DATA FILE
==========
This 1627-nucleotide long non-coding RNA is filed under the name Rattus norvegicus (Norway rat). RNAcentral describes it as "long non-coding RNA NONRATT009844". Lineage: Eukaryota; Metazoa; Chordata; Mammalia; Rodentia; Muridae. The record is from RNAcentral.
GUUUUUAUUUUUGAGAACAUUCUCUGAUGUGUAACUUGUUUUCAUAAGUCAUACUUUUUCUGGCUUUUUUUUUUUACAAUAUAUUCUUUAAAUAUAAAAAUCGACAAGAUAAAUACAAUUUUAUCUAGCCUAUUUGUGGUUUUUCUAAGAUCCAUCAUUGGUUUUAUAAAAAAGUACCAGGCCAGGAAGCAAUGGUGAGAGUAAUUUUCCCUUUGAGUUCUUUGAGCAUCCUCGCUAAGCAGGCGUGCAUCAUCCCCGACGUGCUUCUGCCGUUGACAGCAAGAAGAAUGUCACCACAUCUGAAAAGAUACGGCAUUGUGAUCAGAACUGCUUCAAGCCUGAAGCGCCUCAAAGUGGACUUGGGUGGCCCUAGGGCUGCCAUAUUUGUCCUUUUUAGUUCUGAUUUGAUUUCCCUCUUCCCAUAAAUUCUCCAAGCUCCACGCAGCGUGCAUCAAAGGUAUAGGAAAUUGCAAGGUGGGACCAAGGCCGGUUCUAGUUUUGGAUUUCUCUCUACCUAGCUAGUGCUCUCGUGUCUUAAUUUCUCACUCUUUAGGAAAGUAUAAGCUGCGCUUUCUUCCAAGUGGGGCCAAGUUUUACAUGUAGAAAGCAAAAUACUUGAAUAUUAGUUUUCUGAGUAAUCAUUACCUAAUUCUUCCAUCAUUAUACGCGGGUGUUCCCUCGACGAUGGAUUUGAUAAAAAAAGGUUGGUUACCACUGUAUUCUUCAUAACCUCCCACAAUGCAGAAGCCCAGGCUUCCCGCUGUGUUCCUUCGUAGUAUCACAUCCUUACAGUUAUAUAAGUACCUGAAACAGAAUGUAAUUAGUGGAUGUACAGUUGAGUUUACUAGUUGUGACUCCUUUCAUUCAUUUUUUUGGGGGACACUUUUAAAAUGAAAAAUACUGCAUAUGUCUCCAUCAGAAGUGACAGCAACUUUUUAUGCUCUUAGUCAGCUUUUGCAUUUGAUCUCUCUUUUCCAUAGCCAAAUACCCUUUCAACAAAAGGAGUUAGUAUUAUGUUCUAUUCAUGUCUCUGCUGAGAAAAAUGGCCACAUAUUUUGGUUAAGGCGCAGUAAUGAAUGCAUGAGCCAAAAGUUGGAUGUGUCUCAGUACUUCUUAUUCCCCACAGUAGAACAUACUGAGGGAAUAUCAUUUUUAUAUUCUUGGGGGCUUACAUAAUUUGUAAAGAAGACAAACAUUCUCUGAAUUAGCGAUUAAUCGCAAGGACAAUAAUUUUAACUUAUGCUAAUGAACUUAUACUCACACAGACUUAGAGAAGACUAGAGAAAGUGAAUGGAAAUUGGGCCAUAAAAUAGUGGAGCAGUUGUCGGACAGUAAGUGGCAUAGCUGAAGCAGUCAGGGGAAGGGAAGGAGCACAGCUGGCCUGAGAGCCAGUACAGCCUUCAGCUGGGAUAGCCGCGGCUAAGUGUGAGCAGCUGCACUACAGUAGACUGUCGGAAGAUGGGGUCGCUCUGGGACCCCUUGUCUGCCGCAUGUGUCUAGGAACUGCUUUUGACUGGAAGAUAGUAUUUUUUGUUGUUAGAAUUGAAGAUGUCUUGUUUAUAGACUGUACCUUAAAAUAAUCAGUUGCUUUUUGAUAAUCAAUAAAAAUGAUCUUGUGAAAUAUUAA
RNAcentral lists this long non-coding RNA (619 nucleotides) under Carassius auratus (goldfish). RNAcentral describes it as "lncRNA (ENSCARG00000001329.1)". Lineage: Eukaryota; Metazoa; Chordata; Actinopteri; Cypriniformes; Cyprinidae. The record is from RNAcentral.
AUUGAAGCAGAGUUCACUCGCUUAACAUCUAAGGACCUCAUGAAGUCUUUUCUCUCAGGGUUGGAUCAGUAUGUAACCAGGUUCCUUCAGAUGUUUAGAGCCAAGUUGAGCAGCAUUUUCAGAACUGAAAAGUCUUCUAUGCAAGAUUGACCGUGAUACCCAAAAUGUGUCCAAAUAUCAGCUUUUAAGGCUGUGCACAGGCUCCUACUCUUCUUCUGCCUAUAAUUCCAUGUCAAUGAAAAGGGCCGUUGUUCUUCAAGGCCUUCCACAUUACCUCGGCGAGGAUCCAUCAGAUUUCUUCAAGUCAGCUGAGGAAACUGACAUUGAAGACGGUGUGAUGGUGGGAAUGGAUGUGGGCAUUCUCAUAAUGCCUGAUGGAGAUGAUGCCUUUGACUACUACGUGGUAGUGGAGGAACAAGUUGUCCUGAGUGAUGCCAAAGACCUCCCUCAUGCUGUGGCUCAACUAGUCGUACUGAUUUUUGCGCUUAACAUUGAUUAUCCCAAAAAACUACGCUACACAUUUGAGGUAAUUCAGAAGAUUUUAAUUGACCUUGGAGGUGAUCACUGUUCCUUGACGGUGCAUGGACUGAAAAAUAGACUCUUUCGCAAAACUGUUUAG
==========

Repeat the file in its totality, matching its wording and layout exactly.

This 1627-nucleotide long non-coding RNA is filed under the name Rattus norvegicus (Norway rat). RNAcentral describes it as "long non-coding RNA NONRATT009844". Lineage: Eukaryota; Metazoa; Chordata; Mammalia; Rodentia; Muridae. The record is from RNAcentral.
GUUUUUAUUUUUGAGAACAUUCUCUGAUGUGUAACUUGUUUUCAUAAGUCAUACUUUUUCUGGCUUUUUUUUUUUACAAUAUAUUCUUUAAAUAUAAAAAUCGACAAGAUAAAUACAAUUUUAUCUAGCCUAUUUGUGGUUUUUCUAAGAUCCAUCAUUGGUUUUAUAAAAAAGUACCAGGCCAGGAAGCAAUGGUGAGAGUAAUUUUCCCUUUGAGUUCUUUGAGCAUCCUCGCUAAGCAGGCGUGCAUCAUCCCCGACGUGCUUCUGCCGUUGACAGCAAGAAGAAUGUCACCACAUCUGAAAAGAUACGGCAUUGUGAUCAGAACUGCUUCAAGCCUGAAGCGCCUCAAAGUGGACUUGGGUGGCCCUAGGGCUGCCAUAUUUGUCCUUUUUAGUUCUGAUUUGAUUUCCCUCUUCCCAUAAAUUCUCCAAGCUCCACGCAGCGUGCAUCAAAGGUAUAGGAAAUUGCAAGGUGGGACCAAGGCCGGUUCUAGUUUUGGAUUUCUCUCUACCUAGCUAGUGCUCUCGUGUCUUAAUUUCUCACUCUUUAGGAAAGUAUAAGCUGCGCUUUCUUCCAAGUGGGGCCAAGUUUUACAUGUAGAAAGCAAAAUACUUGAAUAUUAGUUUUCUGAGUAAUCAUUACCUAAUUCUUCCAUCAUUAUACGCGGGUGUUCCCUCGACGAUGGAUUUGAUAAAAAAAGGUUGGUUACCACUGUAUUCUUCAUAACCUCCCACAAUGCAGAAGCCCAGGCUUCCCGCUGUGUUCCUUCGUAGUAUCACAUCCUUACAGUUAUAUAAGUACCUGAAACAGAAUGUAAUUAGUGGAUGUACAGUUGAGUUUACUAGUUGUGACUCCUUUCAUUCAUUUUUUUGGGGGACACUUUUAAAAUGAAAAAUACUGCAUAUGUCUCCAUCAGAAGUGACAGCAACUUUUUAUGCUCUUAGUCAGCUUUUGCAUUUGAUCUCUCUUUUCCAUAGCCAAAUACCCUUUCAACAAAAGGAGUUAGUAUUAUGUUCUAUUCAUGUCUCUGCUGAGAAAAAUGGCCACAUAUUUUGGUUAAGGCGCAGUAAUGAAUGCAUGAGCCAAAAGUUGGAUGUGUCUCAGUACUUCUUAUUCCCCACAGUAGAACAUACUGAGGGAAUAUCAUUUUUAUAUUCUUGGGGGCUUACAUAAUUUGUAAAGAAGACAAACAUUCUCUGAAUUAGCGAUUAAUCGCAAGGACAAUAAUUUUAACUUAUGCUAAUGAACUUAUACUCACACAGACUUAGAGAAGACUAGAGAAAGUGAAUGGAAAUUGGGCCAUAAAAUAGUGGAGCAGUUGUCGGACAGUAAGUGGCAUAGCUGAAGCAGUCAGGGGAAGGGAAGGAGCACAGCUGGCCUGAGAGCCAGUACAGCCUUCAGCUGGGAUAGCCGCGGCUAAGUGUGAGCAGCUGCACUACAGUAGACUGUCGGAAGAUGGGGUCGCUCUGGGACCCCUUGUCUGCCGCAUGUGUCUAGGAACUGCUUUUGACUGGAAGAUAGUAUUUUUUGUUGUUAGAAUUGAAGAUGUCUUGUUUAUAGACUGUACCUUAAAAUAAUCAGUUGCUUUUUGAUAAUCAAUAAAAAUGAUCUUGUGAAAUAUUAA
RNAcentral lists this long non-coding RNA (619 nucleotides) under Carassius auratus (goldfish). RNAcentral describes it as "lncRNA (ENSCARG00000001329.1)". Lineage: Eukaryota; Metazoa; Chordata; Actinopteri; Cypriniformes; Cyprinidae. The record is from RNAcentral.
AUUGAAGCAGAGUUCACUCGCUUAACAUCUAAGGACCUCAUGAAGUCUUUUCUCUCAGGGUUGGAUCAGUAUGUAACCAGGUUCCUUCAGAUGUUUAGAGCCAAGUUGAGCAGCAUUUUCAGAACUGAAAAGUCUUCUAUGCAAGAUUGACCGUGAUACCCAAAAUGUGUCCAAAUAUCAGCUUUUAAGGCUGUGCACAGGCUCCUACUCUUCUUCUGCCUAUAAUUCCAUGUCAAUGAAAAGGGCCGUUGUUCUUCAAGGCCUUCCACAUUACCUCGGCGAGGAUCCAUCAGAUUUCUUCAAGUCAGCUGAGGAAACUGACAUUGAAGACGGUGUGAUGGUGGGAAUGGAUGUGGGCAUUCUCAUAAUGCCUGAUGGAGAUGAUGCCUUUGACUACUACGUGGUAGUGGAGGAACAAGUUGUCCUGAGUGAUGCCAAAGACCUCCCUCAUGCUGUGGCUCAACUAGUCGUACUGAUUUUUGCGCUUAACAUUGAUUAUCCCAAAAAACUACGCUACACAUUUGAGGUAAUUCAGAAGAUUUUAAUUGACCUUGGAGGUGAUCACUGUUCCUUGACGGUGCAUGGACUGAAAAAUAGACUCUUUCGCAAAACUGUUUAG